Emergency crews work to free the trapped female driver involved in yesterday's crash on the New England Highway.
Emergency crews work to free the trapped female driver involved in yesterday's crash on the New England Highway.

Woman dies after highway crash

UPDATE: A 75-year-old Stanthorpe woman has died after being flown to Royal Brisbane and Women's Hospital with internal injuries after a head-on smash on the New England Highway yesterday afternoon.

The two-vehicle crash, which happened just after 3pm at Braeside, south of Warwick, left a 37-year-old Stanthorpe woman trapped in her vehicle for hours before being transported to the Princess Alexandra Hospital by an Emergency Management Queensland helicopter.

Her condition at the time of printing was said to be serious, with the extent of her injuries unknown.

Firefighters used hydraulic equipment to cut the roof and side of the vehicle with the female driver eventually freed just before 6pm and taken by the helicopter.

An RACQ CareFlight spokeswoman confirmed they transported a 17-year-old man - from Harlaxton - who was travelling in the same car as the trapped driver, from Warwick Hospital in a serious condition.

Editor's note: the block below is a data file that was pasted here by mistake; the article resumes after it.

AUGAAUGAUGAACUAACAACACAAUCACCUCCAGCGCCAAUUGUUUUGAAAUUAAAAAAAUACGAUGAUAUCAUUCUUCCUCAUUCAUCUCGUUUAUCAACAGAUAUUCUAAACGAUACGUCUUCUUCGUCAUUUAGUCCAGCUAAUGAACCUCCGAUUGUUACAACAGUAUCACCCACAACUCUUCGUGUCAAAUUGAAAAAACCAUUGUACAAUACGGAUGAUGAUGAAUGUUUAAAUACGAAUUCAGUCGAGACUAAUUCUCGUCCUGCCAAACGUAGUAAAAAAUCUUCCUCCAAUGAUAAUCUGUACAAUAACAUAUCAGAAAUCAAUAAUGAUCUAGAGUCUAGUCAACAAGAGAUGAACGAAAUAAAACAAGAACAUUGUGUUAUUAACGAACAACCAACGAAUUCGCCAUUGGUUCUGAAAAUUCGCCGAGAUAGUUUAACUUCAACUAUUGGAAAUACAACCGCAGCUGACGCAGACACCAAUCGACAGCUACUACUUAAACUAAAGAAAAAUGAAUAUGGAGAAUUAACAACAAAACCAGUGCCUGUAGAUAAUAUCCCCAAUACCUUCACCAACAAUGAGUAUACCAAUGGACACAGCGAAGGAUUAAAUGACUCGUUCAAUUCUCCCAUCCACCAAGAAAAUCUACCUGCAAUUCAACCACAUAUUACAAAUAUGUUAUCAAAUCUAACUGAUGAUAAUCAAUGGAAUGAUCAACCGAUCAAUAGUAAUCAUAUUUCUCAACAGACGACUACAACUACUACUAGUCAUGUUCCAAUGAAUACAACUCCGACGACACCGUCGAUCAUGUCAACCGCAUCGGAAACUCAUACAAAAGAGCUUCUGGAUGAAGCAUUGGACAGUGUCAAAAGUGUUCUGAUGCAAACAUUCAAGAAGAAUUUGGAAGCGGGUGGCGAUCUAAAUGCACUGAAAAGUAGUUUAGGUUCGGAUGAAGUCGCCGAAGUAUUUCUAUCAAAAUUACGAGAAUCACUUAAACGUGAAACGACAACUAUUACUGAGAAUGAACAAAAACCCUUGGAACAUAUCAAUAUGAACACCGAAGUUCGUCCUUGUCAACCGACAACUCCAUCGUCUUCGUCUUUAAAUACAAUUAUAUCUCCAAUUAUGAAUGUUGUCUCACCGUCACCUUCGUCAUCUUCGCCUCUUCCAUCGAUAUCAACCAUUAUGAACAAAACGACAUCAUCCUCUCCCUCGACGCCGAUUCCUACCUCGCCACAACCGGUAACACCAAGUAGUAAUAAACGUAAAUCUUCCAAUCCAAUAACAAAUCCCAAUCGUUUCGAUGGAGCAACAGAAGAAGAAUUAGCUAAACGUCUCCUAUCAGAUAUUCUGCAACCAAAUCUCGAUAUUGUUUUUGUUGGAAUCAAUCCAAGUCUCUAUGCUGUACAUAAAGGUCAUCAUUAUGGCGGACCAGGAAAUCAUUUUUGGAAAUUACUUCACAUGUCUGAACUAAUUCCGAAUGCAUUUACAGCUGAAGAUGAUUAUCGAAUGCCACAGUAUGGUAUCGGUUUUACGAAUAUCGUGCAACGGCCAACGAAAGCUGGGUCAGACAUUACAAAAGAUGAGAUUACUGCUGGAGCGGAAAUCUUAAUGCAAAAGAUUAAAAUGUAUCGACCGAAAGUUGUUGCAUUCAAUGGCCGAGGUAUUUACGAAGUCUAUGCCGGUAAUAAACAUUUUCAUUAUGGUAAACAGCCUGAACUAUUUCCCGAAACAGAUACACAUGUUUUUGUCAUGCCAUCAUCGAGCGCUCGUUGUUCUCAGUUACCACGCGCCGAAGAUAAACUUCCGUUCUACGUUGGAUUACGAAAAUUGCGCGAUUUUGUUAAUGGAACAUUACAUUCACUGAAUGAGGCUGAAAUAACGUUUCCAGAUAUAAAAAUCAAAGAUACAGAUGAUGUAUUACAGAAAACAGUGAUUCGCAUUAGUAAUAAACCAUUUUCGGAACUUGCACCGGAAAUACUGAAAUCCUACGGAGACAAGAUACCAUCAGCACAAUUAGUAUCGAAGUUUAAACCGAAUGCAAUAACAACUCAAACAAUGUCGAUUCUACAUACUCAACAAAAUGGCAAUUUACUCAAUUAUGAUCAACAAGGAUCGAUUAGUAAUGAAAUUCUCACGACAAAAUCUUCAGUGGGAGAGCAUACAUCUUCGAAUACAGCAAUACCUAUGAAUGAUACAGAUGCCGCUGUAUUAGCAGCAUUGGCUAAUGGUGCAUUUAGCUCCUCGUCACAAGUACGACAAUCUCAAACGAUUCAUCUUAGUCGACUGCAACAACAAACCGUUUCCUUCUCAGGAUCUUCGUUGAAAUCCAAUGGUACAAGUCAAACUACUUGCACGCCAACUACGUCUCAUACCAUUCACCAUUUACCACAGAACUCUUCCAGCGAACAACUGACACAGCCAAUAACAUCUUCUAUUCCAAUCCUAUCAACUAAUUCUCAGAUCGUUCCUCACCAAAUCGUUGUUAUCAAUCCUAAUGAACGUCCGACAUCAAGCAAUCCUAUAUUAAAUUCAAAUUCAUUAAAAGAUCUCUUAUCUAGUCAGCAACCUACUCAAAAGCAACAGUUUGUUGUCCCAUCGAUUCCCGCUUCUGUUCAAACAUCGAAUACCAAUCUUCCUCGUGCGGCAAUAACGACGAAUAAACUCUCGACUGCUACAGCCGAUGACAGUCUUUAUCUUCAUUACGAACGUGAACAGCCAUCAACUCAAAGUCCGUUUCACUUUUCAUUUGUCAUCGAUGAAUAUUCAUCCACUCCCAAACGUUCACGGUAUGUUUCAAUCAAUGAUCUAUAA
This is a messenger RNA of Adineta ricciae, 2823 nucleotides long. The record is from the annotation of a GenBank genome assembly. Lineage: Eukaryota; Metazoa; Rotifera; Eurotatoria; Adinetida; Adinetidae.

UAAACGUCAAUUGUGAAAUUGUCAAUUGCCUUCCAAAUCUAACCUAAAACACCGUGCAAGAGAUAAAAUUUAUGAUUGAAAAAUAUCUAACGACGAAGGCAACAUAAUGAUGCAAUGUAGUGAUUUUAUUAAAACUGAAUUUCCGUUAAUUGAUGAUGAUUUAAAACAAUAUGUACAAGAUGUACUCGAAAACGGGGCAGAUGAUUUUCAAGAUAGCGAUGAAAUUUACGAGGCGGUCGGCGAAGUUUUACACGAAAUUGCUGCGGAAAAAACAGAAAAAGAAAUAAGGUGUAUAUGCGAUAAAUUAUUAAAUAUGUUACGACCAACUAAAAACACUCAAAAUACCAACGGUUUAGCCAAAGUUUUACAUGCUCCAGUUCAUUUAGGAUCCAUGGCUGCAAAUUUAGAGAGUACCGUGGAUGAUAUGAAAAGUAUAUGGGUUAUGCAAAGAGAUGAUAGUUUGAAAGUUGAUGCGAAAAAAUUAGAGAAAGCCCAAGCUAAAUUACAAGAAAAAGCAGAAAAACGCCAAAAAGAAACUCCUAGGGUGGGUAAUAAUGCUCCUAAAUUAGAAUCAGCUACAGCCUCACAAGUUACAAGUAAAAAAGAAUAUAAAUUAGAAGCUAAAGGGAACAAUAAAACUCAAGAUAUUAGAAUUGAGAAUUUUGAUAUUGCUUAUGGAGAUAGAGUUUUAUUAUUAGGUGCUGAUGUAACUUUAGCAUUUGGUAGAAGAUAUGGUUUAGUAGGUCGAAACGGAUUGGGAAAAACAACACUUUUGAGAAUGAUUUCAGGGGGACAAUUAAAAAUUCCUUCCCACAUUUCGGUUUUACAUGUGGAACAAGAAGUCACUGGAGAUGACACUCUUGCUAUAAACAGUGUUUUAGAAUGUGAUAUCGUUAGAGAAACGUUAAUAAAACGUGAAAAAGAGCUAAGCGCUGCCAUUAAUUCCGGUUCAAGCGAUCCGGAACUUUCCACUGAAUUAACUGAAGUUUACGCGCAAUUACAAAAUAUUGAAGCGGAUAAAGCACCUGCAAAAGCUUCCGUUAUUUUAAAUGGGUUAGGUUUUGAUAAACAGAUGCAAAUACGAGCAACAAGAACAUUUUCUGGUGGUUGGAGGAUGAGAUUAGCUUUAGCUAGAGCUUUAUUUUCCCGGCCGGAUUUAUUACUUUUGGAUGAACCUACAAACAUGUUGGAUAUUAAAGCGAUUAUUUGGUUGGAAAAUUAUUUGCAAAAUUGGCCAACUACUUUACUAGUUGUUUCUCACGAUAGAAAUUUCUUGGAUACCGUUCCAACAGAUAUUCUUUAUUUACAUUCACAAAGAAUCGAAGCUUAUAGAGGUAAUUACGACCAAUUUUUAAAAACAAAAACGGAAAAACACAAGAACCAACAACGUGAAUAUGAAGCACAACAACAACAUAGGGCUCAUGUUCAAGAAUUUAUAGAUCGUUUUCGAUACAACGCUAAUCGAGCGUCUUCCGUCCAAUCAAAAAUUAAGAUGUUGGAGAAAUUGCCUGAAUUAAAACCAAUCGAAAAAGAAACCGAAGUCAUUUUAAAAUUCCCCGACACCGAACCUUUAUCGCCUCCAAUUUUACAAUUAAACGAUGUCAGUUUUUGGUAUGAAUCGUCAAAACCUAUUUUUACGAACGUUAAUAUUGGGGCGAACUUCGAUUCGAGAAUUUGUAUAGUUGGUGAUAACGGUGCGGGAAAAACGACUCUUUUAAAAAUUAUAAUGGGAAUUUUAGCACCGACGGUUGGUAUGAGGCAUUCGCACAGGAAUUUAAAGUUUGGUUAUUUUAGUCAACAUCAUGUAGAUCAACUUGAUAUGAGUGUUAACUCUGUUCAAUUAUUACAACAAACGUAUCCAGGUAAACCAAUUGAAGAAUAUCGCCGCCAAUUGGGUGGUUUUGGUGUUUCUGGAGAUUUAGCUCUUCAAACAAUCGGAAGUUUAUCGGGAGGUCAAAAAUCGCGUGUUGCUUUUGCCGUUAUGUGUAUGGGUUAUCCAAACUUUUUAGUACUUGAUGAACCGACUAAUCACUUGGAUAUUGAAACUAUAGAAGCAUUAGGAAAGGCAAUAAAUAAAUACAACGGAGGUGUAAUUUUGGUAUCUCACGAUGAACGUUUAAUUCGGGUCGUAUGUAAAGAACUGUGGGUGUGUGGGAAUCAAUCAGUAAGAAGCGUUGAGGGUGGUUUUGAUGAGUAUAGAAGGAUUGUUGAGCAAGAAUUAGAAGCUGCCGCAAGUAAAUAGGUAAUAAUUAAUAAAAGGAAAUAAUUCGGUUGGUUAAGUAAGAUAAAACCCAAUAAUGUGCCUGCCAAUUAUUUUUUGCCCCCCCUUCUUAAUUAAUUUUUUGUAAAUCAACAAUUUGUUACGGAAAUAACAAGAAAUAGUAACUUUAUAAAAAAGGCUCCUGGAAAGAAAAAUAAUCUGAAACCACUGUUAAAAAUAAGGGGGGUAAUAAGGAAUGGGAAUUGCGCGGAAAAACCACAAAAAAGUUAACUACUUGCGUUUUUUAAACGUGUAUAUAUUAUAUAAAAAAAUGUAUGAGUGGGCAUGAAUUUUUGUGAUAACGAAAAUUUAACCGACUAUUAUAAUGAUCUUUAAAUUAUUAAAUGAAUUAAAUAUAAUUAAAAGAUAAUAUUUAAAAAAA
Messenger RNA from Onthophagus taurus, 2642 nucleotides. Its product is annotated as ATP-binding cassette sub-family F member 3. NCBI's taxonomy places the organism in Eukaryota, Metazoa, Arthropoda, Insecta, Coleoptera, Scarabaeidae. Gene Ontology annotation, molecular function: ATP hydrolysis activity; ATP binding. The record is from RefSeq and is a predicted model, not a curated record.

“The patient has sustained spinal injuries, multiple internal injuries as well as a head laceration,” the spokeswoman told the Daily News.

A second male passenger, a 19-year-old Glen Aplin man, was transported to Stanthorpe Hospital by ambulance with unknown injuries.

The spokeswoman said an elderly couple was travelling in the second vehicle involved in the crash and were taken by road to Stanthorpe Hospital with minor injuries.

The New England Highway was closed in both directions for a number of hours as crews worked to clean up the debris left from the crash.

Motorist Shane Ward was travelling on the highway towards Warwick when he came across the wreckage.

Mr Ward said one of the cars was on fire so he and one of his friends quickly poured water over the vehicle to extinguish the flames.

“We got water and all the liquid we could and poured it over the car to put the fire out – it looked really bad,” he told the Daily News.

Josh Lynam was also one of the first to arrive before emergency services.

“I didn't have a first-aid kit or anything, so I just did my best to keep everyone calm until help came,” Mr Lynam said.

“It was a really nasty smash.”

A Queensland Fire and Rescue Service spokesman confirmed two Warwick vehicles attended as well as a technical rescue truck which travelled from Toowoomba.



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